Merely getting the opportunity to hunt for a tundra swan takes a fair amount of luck. Being successful takes even more. Greg McGlone further defied the odds last fall when he hit a trifecta.
The Brazil, Ind., resident was among the lucky few to win a lottery-drawn swan permit for North Dakota, one of only a handful of states that even allows wildfowlers to hunt for tundra swans. Not wanting to squander such a rare opportunity, he chose to hunt with a partner who had taken several of the colossal cobs over his long waterfowling career. Plans were laid, and the pair headed west for what they hoped would be the hunt of a lifetime.
The fateful day came in early October. McGlone wasted little time when the opportunity presented itself, downing a healthy male with a single 45-yard shot.
“It was quite a thrill,” he recalled.
As McGlone waded out to retrieve his prize, his partner noted the only thing that would be neater was if it had a band. When he reached the fallen bird, McGlone felt a twinge of disappointment when he noticed there was no band on the visible leg.
“Then I rolled it over and there it was,” he said, referring to the band.
The thrice-lucky hunter was eager to report his good fortune to the U.S. Geological Society, and even more eager to read the results on his certificate of appreciation. He was a tad confused, however, when the certificate came back for the “whistling swan” he’d taken. Had his luck suddenly run out?
It turned out McGlone had no reason to fear recrimination for misidentification of game. The whistling swan and its Eurasian counterpart, the Bewick’s swan, were formerly considered separate species, but were more recently lumped under the inclusive name “tundra swan.”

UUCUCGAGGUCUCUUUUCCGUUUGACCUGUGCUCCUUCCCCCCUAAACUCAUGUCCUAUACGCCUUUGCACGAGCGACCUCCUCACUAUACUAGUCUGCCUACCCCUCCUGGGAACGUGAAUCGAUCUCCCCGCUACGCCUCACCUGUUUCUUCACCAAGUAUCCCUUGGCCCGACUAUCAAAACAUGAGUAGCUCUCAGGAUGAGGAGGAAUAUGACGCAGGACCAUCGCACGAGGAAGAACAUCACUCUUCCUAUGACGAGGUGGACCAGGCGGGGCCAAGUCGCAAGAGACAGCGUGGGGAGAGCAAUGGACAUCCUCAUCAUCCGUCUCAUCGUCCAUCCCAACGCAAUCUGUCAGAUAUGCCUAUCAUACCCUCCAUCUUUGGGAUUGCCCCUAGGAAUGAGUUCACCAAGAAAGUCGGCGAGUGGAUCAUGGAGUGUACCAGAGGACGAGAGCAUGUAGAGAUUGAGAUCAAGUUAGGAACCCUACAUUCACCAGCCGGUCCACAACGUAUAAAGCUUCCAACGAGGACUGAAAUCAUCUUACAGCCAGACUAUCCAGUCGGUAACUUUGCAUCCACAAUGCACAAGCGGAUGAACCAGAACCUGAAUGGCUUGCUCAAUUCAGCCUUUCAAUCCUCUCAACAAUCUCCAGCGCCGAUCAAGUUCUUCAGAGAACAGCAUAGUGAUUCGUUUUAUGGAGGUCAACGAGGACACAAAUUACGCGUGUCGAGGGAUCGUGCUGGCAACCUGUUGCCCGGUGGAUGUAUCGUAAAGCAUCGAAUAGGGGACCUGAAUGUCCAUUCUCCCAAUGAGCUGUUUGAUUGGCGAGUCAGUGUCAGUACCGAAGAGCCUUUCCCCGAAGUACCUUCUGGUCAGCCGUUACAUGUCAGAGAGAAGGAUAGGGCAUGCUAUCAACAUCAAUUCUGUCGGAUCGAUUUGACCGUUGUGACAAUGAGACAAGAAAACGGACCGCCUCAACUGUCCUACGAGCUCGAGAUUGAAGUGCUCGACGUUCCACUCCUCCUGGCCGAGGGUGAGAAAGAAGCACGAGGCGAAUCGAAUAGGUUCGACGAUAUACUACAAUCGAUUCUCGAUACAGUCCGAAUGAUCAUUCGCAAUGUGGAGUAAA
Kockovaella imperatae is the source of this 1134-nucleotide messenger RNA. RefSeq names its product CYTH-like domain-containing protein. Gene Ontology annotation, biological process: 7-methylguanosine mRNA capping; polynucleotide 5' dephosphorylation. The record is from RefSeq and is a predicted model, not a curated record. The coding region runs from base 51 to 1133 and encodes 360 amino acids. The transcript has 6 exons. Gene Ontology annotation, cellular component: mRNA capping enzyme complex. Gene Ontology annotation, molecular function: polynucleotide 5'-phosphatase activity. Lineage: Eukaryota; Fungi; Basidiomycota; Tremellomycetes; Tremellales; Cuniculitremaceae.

For management purposes, North American tundra swans are divided into eastern and western populations based on where they breed and winter. However, some biologists believed there might be geographically and demographically distinct sub-populations within the eastern population. Were that the case, they would then want to establish separate population goals for each sub-population and monitor the harvest of each.
McGlone’s swan, which was banded in Virginia as an adult just seven months prior to being taken, was part of that study. Eastern Population tundra swans nest from the north slope of Alaska to the eastern side of Hudson Bay. McGlone’s bird was likely on its way south from there to its wintering grounds in the mid-Atlantic when its journey was interrupted. Had it been able to continue, the swan likely would ended up in a wintering area where enough mixing occurs between regions that biologists are unable to identify distinct sub-populations.